Fast food coffee is a big deal. Over the past five years (2013-2018) the value of coffee within the US quick-service restaurant market has grown by around 50%. By 2020, the market is forecast to be worth over $1 billion.
Breakfast itself accounts for around a quarter of McDonald’s sales and represent the company’s most profitable segment of the day.
McDonald’s breakfast represents a large portion economic activity
This is important because McDonald’s Corporate and its franchisees have slightly different priorities. McDonald’s Corporate is primarily concerned with the company’s top line revenue since this is where it takes its royalty fees. In contrast, franchisees are more focused on bottom-line profits where their payments are drawn from.
McDonald’s launched its retail offerings (McCafe At Home) during 2014 and has since expanded it to include ground coffee, K-Cup pods and ready-to-drink McCafe Frappes. And McDonald’s isn’t doing this quietly, the Golden Arches is actively running marketing campaigns to promote its retail range.
Sales through retail channels syphon all revenue/profit to McDonald’s Corporate, essentially cutting out the franchisees that built the McCafe brand.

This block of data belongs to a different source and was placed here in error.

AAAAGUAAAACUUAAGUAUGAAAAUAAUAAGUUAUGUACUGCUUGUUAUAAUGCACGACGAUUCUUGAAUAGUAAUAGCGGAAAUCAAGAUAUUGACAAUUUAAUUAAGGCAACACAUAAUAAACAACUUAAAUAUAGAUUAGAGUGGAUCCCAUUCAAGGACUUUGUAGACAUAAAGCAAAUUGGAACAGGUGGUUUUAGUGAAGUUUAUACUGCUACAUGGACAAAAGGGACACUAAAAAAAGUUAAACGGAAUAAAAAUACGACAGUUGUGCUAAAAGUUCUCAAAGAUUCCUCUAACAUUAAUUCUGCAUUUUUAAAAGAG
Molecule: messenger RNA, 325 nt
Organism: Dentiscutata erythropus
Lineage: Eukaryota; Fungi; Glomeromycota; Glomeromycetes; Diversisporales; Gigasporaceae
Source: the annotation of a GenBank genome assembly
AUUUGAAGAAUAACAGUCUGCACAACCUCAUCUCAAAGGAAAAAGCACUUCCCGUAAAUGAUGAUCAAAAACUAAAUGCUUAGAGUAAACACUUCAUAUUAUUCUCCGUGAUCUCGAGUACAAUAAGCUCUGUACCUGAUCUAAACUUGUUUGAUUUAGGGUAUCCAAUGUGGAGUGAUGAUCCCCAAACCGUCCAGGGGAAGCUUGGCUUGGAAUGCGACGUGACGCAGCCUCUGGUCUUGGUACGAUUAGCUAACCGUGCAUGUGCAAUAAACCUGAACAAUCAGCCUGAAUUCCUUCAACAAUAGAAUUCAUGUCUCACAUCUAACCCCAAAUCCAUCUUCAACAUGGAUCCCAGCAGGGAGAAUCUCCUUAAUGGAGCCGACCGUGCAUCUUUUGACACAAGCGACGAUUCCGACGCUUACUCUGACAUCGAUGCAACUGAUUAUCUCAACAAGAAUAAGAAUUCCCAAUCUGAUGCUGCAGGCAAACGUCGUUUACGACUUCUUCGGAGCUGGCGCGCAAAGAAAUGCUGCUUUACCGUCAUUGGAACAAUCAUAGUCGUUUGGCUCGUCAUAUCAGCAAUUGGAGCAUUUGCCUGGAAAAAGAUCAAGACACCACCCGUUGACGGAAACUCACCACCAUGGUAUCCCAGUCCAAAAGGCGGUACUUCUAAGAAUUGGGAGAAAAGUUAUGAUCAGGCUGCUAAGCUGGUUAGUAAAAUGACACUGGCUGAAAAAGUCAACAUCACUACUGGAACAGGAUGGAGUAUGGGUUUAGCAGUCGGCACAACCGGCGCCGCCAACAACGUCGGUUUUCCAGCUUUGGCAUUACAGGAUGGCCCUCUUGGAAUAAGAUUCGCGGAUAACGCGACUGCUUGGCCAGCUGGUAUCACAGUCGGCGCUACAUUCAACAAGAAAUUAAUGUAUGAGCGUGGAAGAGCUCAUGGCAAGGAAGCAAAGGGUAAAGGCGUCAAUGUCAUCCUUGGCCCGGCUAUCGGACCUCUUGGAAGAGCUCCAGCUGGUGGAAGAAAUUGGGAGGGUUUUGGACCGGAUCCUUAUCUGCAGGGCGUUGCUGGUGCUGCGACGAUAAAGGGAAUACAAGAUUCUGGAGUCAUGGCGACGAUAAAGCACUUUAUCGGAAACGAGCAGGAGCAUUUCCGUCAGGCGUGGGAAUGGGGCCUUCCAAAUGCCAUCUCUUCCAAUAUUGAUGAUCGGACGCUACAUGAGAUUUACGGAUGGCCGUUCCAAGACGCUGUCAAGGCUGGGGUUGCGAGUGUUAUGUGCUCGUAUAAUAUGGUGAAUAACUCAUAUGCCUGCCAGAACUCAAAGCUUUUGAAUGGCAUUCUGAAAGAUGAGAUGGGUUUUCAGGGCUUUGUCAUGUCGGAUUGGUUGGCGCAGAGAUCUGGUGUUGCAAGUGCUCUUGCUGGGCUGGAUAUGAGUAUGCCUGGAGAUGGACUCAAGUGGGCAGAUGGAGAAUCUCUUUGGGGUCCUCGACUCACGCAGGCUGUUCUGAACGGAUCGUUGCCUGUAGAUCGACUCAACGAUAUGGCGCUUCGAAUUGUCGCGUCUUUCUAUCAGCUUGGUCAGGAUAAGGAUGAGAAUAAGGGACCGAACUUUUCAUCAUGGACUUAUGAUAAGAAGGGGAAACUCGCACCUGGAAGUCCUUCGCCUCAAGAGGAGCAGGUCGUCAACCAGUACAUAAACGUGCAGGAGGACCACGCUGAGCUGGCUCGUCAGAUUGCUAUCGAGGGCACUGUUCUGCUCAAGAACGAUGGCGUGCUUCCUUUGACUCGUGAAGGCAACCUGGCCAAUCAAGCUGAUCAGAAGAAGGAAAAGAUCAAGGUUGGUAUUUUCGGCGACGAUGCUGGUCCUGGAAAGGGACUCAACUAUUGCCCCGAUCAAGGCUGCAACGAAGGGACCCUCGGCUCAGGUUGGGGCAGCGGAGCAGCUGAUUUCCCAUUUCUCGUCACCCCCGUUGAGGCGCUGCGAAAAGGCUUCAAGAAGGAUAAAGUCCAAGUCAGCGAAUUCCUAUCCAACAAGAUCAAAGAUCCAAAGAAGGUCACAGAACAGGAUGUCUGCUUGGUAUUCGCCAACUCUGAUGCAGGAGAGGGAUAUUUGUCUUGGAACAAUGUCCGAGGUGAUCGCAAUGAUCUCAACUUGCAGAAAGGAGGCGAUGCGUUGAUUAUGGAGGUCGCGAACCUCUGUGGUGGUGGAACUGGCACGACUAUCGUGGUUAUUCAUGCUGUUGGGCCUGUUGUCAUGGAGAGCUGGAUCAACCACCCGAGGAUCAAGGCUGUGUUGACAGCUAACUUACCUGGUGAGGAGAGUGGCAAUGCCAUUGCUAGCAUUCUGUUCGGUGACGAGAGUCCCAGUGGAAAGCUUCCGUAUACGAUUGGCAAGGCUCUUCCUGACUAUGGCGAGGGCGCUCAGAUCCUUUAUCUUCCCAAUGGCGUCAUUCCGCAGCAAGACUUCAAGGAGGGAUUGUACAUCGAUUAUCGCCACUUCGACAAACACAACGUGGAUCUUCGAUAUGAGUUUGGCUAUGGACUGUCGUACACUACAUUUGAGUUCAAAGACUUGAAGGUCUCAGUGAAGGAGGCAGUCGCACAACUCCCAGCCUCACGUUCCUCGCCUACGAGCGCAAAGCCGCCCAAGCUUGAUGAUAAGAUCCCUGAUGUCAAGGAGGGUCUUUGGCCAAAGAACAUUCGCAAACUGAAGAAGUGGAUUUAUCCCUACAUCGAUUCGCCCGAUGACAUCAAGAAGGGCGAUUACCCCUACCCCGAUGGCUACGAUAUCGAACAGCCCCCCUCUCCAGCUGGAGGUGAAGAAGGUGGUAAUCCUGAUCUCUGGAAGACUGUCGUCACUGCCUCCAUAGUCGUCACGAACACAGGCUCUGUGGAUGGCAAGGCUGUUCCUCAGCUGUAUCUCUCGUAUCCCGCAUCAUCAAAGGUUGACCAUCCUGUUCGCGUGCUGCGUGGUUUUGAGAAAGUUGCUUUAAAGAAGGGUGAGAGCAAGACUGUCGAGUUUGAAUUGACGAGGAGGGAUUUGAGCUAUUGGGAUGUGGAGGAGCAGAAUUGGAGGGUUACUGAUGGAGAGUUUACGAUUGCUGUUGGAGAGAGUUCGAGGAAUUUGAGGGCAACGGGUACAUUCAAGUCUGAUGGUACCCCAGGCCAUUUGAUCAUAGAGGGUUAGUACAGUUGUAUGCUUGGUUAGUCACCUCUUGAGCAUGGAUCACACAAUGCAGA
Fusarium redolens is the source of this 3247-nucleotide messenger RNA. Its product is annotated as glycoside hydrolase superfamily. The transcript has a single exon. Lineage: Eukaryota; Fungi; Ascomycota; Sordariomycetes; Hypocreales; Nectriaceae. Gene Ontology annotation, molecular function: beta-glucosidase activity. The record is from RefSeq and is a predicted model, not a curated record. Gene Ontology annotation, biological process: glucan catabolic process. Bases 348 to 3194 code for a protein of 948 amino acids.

Interestingly, McDonald’s franchisees are not allowed to sell the brand’s retail coffee inside its restaurants. This is in contrast to Starbucks, where its cafes are filled with retail-esque products and various other merchandise.
While it is difficult to calculate the number of potential McDonald’s restaurant visitors that are instead opting to buy the at-home McCafe alternative, it is certainly not zero.
Indeed, McDonald’s has seen its guest count fall during four of the past five years; however, this is a widespread trend impacting the entire US foodservice industry.
Source: McDonald’s Annual Reports
With McDonald’s Corporate currently embroiled in private discussions with the National Owners Association, a group of franchisees pushing back against parts of CEO Steve Easterbook’s ‘Experience of the Future’ refurbishment models, offering a ‘McCafe dividend’ from retail sales could help cool tensions.
As McDonald’s continues to expand into the retail space the company will, and rightfully should face difficult questions from its franchisees.